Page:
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Wednesday, January 23, 2013

Regional H2O Quality Control Board and Stakeholders Respond to City Sewer Report


• Number of Unknowns Increases as Additional Factors that May Impact Project Results Are Identified

The Regional Water Quality Control Board indicated last week its review and public comments from environmental groups, homeowners and the public about the City of Malibu’s reports on recycled water use and storage, the results of phase one work on the disposal of wastewater by injection well and the conceptual groundwater injection plan are available for review.
“The Regional Board staff has performed a detailed review on all three reports. The recycled water study has identified the existing and potential wastewater reuses and possible storage alternatives,” a RWQCB letter to the city states.
“The well test report has provided additional hydrogeological information in the Malibu Civic Center area. And the conceptual plan has modeled the hydrogeological responses to estimate the possible groundwater storage capacity by using the well test results,” the letter goes on to state.
“The information contained in the conceptual reports is sufficient for initial evaluation. The city also demonstrated its intent in continuing to achieve toward the goal of constructing a centralized wastewater treatment plant,” the RWQCB letter continued.
Those RWQCB comments are accompanied by pages of requests for clarifications that should be addressed by Malibu officials in the final reports.
However, Heal the Bay and The Waterkeeper and several Malibu residents recommended the water board reject the conceptual plans until much further study has been done.
Groundwater injection for wastewater disposal has become the preferred method, encouraged by the water boards, when the city began its feasibility tests to confirm the viability of groundwater injection of the treated effluent in the Civic Center area and the estimated groundwater injection capacity in that area.
The tests were to determine if up to 500,000 gallons of effluent can be injected on a daily basis. The current number used today is 347,000 gallons per day.
Heal the Bay has urged the water board to reject the city’s injection plan technical memo. They assert that groundwater injection is not a viable option until the unknown impacts to Malibu Lagoon are known.
“The plan lacks the necessary details to support [the city’s] conclusion. We are concerned that the injection plan as written does not adequately address potential impacts the project may have on the soon-to-be restored Malibu Lagoon,” the Heal the Bay letter states.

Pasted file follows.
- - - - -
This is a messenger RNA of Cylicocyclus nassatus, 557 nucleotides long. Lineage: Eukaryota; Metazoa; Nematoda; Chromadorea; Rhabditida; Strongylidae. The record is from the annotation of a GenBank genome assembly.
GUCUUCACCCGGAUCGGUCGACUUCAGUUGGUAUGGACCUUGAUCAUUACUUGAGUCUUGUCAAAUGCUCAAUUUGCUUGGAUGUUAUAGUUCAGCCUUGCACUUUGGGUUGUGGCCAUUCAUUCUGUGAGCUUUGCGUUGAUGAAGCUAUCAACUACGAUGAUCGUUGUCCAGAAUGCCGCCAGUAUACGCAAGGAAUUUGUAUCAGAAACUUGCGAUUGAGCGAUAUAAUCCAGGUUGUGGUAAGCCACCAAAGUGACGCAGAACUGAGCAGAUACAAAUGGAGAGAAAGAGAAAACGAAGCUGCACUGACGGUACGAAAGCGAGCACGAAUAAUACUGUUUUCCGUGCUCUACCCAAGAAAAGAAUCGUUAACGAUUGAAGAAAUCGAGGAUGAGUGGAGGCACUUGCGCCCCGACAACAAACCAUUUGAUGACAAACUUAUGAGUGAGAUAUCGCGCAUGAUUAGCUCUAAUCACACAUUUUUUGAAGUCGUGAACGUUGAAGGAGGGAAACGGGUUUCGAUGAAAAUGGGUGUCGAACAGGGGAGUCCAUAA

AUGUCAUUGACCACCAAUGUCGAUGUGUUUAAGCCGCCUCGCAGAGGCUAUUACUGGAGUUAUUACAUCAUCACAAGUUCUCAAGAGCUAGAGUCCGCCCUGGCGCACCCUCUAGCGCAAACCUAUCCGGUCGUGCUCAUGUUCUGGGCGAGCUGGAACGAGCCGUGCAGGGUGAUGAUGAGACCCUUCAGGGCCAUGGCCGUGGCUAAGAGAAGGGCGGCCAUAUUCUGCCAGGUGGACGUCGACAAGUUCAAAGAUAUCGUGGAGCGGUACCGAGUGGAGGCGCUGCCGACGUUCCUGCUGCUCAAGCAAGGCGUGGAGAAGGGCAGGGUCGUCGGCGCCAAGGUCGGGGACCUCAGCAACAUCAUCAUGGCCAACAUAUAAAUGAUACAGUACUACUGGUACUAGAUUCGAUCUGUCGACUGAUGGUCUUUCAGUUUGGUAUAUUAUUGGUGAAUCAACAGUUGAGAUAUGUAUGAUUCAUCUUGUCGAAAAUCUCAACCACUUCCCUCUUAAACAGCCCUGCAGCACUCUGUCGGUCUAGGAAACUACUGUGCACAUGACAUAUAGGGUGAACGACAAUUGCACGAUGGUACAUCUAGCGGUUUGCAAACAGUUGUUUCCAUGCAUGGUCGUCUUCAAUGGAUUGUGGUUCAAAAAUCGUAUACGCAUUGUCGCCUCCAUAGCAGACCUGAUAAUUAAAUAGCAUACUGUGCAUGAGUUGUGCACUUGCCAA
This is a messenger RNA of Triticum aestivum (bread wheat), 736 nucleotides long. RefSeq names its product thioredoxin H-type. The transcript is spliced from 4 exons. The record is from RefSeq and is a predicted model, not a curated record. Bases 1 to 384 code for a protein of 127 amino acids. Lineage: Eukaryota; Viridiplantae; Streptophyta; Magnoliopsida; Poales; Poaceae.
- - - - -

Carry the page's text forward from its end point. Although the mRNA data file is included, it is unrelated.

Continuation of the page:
Three exploratory test wells were installed to bedrock. Pumping tests were conducted to each of the wells to measure local aquifer hydraulic properties. If the tests show that the Civic Center gravels are reasonably transmissive, more in-depth investigative work may be conducted.
Heal the Bay’s comments note that the injection plan memo states that about 20 percent of the injected water is predicted to travel through the groundwater flow system and ultimately discharge to Malibu Lagoon if all three phases of the septic prohibition are implemented.
“This is of particular concern because the anticipated quality of the effluent to be injected will be high in nutrients.”
  Another concern of the enviro groups is the lack of information about seismic impacts to existing groundwater aquifers and beneficial uses within these aquifers.
 Water sampling tests will be taken along with other water testing and analysis will be done including an assessment for the potential for adverse geochemical reactions that could occur with groundwater injection of treated wastewater. Aquifer properties will be measured and other related water sample tests undertaken.
“One important consideration in assessing the feasibility of groundwater injection into an area is the seismic and potential geohazards in the vicinity of the injection project. The injection plan technical memo should therefore analyze the impact of a potential seismic event on the city’s plans to inject groundwater near the Civic Center. The plan should evaluate the possibility of the injection of water to aggravate the earthquake fault. The plan should include a desktop analysis to identify and assess potential significant earthquake-induced ground shaking or fault rupture risks and the associated consequences to other Civic Center areas that could either impact or result from the wastewater injection into the geologic formations underlying Malibu. Could [it[ lead to increased potential for soil liquefaction, which could impact structures in the Civic Center area?” wrote Heal the Bay’s environmental engineer W. Susie Santilena.
It is the same theme hammered on by Malibu activist Hans Laetz, who said there was too scant information in the city’s report  to inform the city or the water board.
Malibu Road attorney Joan Lavine, who is doing battle in the courtroom with the water board over the legality of the septic ban. notes that she and other homeowners have the deeded rights to the underground water, mineral, oil and gas rights.
 “Interference with those rights is subject to ‘takings’ and compensation by the governmental entities engaged in the interference under [state] law,” she wrote.
The reports by the city are in response to the Memo of Understanding entered into by Malibu and the water boards regarding  phased implementation in the Malibu Civic Center.
In the MOU, the city agreed to achieve several milestones including submitting the reports to the Regional Board for comment on the several studies the board currently has under review.
The city is expected to address the technical comments discussed by March 18, 2013.

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